SOS Brutalism. Save the Concrete Monsters!

The DAM is presenting the first-ever museum exhibition of Brutalist Architecture

by Rossana Vinci
16 Love 5760 Visits

At first localised in England, Brutalist Architecture bloomed from the 1950s to the mid 1970s and spread across the world in the following decades, proposing a radical new form of Modernism, steeped in socialist ideas, that embraced hard lines and a utilitarian lack of ornamentation.

The term was coined in 1953 by British architects Alison and Peter Smithson from the "raw concrete”, or the French “béton brut”, a phrase used by Le Corbusier to describe the poured board-marked concrete with which he constructed many of his post-World War II buildings.


Today the monolithic concrete that forms some of our most creative 20th-century architectural heritage is in danger of disappearing.

Because of this, the Deutsches Architektur Museum (DAM) in Frankfurt is hosting the first-ever museum exhibition to give a global overview of Brutalist architecture from 1953 to 1979, the title “SOS Brutalism. Save the Concrete Monsters!”, refers to the threat hanging over this architectural legacy.

A cry for help that hasn't just been made by chance, since some 108 of the 1000+ buildings around the world that are attributable to the Brutalist movement are under the direct threat of demolition.


Daniel Fernández-Shaw Complejo Urbanistico Parque Central, 1969–1979, Ph.©Julio César Mesa, 2014


George Chakhava  Zurab Jalaghania Ministry of Highway Construction (today Bank of Georgia), 1972–1975, Ph.©Simona Rota


George Chakhava  Zurab Jalaghania Ministry of Highway Construction (today Bank of Georgia), 1972–1975, Ph.©Simona Rota



Visitors get the chance to see many different examples of global Brutalism, ordered by region, from Africa to Japan, from Brazil to Australia through several themes and perspectives, focusing on the material, preservation, and geographical aspects of the movement, including projects by famous British architects such as Peter Smithson and Ernö Golfinger, US architects like Paul Rudolph and I. M. Pei, and Italian follower of Le Corbusier, Vittoriano Vigano.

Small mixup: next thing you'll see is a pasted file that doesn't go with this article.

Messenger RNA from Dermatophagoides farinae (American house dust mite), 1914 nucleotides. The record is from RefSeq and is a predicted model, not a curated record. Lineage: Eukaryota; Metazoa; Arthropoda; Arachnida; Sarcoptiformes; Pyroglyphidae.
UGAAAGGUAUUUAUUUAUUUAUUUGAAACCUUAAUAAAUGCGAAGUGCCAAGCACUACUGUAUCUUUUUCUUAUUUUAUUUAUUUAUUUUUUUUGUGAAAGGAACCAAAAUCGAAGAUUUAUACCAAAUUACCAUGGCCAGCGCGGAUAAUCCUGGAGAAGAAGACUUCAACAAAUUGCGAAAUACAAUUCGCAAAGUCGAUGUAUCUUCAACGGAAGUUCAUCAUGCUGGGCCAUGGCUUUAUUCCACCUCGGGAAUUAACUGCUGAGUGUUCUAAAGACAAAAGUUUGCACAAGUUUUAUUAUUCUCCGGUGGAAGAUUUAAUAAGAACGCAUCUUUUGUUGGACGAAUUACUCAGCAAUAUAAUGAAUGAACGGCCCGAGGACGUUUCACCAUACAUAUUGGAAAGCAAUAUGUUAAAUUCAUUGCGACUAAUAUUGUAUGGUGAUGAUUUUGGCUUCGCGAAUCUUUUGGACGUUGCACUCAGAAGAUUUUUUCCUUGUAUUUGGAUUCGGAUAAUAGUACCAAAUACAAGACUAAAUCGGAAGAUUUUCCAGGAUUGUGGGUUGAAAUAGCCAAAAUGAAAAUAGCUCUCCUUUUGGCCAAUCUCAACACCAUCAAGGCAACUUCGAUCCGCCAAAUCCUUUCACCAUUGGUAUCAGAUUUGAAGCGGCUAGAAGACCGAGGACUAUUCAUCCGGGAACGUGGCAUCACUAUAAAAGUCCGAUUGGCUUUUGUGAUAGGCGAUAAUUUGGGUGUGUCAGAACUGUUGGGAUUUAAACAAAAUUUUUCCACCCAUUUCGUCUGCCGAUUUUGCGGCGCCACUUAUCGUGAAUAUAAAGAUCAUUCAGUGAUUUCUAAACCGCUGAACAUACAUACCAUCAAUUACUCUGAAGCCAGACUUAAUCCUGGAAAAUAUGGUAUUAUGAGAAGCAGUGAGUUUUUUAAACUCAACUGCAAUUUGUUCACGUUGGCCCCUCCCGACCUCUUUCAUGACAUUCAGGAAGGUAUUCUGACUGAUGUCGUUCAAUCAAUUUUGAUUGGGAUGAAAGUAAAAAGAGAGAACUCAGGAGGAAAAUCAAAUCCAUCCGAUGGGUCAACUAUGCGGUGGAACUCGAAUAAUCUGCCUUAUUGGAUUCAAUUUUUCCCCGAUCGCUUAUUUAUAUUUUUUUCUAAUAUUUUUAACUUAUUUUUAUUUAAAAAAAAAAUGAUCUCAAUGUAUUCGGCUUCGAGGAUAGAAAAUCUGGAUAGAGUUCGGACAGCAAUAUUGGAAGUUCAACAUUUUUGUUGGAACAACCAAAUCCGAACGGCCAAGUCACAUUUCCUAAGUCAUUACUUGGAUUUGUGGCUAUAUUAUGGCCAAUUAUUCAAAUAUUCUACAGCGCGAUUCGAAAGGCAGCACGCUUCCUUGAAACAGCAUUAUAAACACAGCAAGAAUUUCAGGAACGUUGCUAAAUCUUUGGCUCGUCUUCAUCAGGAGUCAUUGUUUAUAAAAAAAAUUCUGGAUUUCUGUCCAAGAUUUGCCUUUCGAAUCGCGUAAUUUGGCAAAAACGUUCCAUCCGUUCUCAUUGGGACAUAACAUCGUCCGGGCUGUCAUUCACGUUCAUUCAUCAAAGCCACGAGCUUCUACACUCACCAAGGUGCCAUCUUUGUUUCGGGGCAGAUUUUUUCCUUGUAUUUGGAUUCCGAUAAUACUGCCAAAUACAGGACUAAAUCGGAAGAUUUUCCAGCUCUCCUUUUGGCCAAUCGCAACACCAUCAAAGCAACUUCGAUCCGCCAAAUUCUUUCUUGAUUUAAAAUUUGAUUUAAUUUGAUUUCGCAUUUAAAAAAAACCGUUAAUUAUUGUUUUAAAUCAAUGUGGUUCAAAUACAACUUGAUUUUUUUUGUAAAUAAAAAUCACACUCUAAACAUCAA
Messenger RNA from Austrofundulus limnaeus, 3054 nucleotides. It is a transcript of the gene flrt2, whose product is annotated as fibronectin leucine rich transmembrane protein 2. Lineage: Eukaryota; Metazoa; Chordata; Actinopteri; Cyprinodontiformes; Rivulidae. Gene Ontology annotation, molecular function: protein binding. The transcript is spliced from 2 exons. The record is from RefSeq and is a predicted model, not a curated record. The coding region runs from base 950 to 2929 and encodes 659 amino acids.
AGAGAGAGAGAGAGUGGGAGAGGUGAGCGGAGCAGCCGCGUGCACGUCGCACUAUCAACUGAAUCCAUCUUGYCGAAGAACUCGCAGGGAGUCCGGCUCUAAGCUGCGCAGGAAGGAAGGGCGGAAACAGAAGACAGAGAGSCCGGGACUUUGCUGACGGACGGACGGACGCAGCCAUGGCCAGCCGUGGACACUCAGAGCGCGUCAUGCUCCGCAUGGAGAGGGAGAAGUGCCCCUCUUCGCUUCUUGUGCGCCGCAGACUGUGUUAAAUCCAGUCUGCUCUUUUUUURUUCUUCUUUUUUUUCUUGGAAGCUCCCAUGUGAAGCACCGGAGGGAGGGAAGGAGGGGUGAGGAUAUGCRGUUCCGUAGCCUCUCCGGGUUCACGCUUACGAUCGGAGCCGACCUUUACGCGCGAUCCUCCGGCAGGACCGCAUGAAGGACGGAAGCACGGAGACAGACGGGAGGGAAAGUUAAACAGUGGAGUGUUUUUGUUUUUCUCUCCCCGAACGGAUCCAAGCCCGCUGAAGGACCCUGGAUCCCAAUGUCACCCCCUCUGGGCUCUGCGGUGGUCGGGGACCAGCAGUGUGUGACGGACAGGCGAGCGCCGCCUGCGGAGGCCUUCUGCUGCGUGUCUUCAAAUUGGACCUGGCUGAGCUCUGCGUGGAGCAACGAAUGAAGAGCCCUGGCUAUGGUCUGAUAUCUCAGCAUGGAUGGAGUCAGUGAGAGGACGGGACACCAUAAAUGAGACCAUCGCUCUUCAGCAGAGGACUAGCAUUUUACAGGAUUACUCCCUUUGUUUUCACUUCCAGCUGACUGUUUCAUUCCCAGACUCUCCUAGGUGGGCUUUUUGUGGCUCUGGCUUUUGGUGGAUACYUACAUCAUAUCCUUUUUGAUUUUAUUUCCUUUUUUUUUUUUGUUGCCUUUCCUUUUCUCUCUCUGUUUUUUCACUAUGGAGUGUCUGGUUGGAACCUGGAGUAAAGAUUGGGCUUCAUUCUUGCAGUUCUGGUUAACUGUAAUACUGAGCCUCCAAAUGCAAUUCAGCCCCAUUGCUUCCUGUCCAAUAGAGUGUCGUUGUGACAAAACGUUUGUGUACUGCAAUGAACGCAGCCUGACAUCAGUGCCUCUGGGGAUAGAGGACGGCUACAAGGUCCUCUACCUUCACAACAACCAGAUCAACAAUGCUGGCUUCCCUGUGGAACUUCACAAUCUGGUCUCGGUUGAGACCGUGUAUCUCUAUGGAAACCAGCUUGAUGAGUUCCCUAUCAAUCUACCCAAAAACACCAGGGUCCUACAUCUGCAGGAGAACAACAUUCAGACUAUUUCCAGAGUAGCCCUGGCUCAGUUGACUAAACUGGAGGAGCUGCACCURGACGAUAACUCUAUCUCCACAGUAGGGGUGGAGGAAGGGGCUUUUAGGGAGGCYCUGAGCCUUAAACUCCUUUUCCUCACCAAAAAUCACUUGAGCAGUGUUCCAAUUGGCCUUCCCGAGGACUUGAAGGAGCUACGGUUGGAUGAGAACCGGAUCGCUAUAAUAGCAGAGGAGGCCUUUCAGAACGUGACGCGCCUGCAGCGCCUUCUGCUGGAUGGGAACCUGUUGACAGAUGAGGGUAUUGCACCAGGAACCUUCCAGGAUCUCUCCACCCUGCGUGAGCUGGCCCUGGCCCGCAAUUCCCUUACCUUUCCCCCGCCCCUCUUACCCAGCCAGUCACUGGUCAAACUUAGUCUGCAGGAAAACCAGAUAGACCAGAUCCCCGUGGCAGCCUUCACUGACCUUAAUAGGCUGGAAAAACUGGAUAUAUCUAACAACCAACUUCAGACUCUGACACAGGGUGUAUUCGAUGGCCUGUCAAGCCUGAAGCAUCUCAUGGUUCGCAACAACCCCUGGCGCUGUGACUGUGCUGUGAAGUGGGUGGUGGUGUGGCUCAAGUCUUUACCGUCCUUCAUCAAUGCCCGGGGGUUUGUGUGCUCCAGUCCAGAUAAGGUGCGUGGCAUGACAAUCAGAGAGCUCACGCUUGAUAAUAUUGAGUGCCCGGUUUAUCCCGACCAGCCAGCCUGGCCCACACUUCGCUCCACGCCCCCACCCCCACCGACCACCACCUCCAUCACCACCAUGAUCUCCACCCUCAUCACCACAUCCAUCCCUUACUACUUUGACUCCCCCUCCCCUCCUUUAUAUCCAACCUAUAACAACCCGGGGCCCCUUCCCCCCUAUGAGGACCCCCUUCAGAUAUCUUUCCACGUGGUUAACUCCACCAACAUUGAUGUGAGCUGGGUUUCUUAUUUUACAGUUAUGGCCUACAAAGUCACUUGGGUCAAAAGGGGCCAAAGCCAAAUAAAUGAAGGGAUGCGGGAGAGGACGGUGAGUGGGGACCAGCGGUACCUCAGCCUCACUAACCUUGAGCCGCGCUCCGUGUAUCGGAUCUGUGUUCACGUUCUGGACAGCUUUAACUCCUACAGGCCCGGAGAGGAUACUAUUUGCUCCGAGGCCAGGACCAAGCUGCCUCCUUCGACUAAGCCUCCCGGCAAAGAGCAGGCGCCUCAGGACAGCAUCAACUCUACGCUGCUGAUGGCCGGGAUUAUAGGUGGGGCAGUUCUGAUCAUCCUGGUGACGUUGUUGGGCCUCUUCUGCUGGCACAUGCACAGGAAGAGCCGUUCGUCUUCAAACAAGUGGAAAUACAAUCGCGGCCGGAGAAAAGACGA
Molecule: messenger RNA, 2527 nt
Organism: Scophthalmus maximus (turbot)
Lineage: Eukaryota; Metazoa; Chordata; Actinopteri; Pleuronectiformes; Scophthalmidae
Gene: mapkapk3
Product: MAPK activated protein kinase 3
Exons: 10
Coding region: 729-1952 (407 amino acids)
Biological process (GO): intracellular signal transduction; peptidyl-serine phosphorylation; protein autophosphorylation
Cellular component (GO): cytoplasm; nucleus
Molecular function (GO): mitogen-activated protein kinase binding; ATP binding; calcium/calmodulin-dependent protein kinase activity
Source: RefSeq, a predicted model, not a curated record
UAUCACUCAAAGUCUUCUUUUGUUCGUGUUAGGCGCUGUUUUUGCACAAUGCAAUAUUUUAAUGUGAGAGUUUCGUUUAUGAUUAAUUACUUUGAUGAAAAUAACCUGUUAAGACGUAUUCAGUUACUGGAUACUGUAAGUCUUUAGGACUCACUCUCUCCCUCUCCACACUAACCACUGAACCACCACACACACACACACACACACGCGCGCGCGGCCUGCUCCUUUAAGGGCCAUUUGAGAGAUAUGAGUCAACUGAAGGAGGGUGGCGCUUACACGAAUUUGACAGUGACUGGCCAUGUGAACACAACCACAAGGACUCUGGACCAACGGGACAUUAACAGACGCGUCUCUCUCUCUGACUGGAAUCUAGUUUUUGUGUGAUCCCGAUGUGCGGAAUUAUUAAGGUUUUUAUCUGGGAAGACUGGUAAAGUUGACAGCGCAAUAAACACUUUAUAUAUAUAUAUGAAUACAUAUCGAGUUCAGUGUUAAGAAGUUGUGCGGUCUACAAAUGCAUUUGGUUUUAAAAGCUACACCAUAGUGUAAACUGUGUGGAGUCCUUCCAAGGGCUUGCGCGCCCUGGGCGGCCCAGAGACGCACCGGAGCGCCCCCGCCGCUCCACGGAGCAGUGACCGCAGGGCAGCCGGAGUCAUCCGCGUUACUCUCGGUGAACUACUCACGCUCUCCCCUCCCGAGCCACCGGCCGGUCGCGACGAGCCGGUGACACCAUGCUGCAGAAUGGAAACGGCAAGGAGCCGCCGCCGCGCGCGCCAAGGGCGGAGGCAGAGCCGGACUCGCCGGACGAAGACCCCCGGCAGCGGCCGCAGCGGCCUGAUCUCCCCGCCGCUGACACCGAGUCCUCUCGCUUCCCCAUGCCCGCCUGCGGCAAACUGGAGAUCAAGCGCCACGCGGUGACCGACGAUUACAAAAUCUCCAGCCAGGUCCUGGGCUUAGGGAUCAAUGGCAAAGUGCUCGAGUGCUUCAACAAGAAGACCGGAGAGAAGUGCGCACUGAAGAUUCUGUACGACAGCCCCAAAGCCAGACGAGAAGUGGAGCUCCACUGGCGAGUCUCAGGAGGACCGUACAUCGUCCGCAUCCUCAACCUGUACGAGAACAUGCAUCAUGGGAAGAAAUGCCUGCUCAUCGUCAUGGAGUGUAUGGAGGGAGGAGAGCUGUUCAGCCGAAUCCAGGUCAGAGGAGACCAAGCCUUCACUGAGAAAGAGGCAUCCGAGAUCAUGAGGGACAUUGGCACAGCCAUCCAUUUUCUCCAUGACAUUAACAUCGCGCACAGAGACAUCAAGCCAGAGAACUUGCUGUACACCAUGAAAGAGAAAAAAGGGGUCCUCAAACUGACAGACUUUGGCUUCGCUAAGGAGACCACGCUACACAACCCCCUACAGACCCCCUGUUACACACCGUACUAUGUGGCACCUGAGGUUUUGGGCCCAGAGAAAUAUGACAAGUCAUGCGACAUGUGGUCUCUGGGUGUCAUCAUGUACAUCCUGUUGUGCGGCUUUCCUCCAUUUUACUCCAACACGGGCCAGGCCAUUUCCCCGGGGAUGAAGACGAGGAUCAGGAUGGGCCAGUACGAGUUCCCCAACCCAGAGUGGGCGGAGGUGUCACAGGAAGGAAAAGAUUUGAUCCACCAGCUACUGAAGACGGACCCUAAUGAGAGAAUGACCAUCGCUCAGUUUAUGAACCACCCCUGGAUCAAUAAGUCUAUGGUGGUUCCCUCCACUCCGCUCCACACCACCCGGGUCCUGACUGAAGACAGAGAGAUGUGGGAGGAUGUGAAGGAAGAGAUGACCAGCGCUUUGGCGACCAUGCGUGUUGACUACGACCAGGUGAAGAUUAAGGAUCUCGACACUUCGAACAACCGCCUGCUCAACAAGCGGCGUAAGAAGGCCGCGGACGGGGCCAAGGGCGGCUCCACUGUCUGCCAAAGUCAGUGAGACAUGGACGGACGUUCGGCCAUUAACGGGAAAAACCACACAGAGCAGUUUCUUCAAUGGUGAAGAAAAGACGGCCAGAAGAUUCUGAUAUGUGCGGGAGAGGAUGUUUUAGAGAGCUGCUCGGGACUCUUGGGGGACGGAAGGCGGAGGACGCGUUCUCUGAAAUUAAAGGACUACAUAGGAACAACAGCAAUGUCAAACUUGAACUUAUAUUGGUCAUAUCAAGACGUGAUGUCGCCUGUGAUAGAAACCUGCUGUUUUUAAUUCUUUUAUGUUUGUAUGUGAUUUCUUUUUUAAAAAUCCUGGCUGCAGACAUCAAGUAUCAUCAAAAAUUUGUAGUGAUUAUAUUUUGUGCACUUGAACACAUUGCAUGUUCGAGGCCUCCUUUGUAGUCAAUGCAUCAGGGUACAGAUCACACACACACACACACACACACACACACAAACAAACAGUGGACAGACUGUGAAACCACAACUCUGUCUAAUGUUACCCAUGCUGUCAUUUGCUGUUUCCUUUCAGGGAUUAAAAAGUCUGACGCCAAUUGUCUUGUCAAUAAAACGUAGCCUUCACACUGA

DAM also showcases this iconic architecture with unusually large-scale models and cast concrete miniatures, all of which give visitors a clearer understanding of the structures and logic behind these buildings.



Camden Town Department of Achitecture Neave Brown Alexandra and Ainsworth Road Estate, Ph.©Ben Adlard, 2014


Pahlavi University Shiraz, Iran 1960-1979, Ph.©Hamidreza Bani


Leningrad Electrotechnical Institute Saint Petersburg, Russia, 1965-1975. Ph.©Konstantin Antipin



SOS Brutalism focuses on archiving and documenting the brutalist architectural style also through its own website and across social media platforms with #SOSBrutalism hashtag in order to promote its recognition and appreciation among a wider audience.


The goal of this show is to give us the chance to study and learn about this global heritage and to launch appeals to protect them, not just as social and architectural landmarks but by highlighting their function and design concept.



Charles Correa: Visvesvaraya Center, 1974–1980 Bangalore, India, Ph. ©Addison Godel, 2010

Gosstroy Residential Building Baku, Aserbaijan 1975. Ph.©Simona Rota


Jean Renaudie Triangle Housing, 1969–1978, Ph.©Clement Guillaume 2011




Cover Photo: O. Gurevich  V. Zhukov Hotel Rus, 1980–1988 , Saint Petersburg, Russia, ©Kostantin Antipin, 2016




Exhibition: “SOS Brutalism. Save the Concrete Monsters!”
From 9 November 2017 to 2 April 2018 at the DAM – Deutsches Architekturmuseum Frankfurt, Germany
Curator: Oliver Elser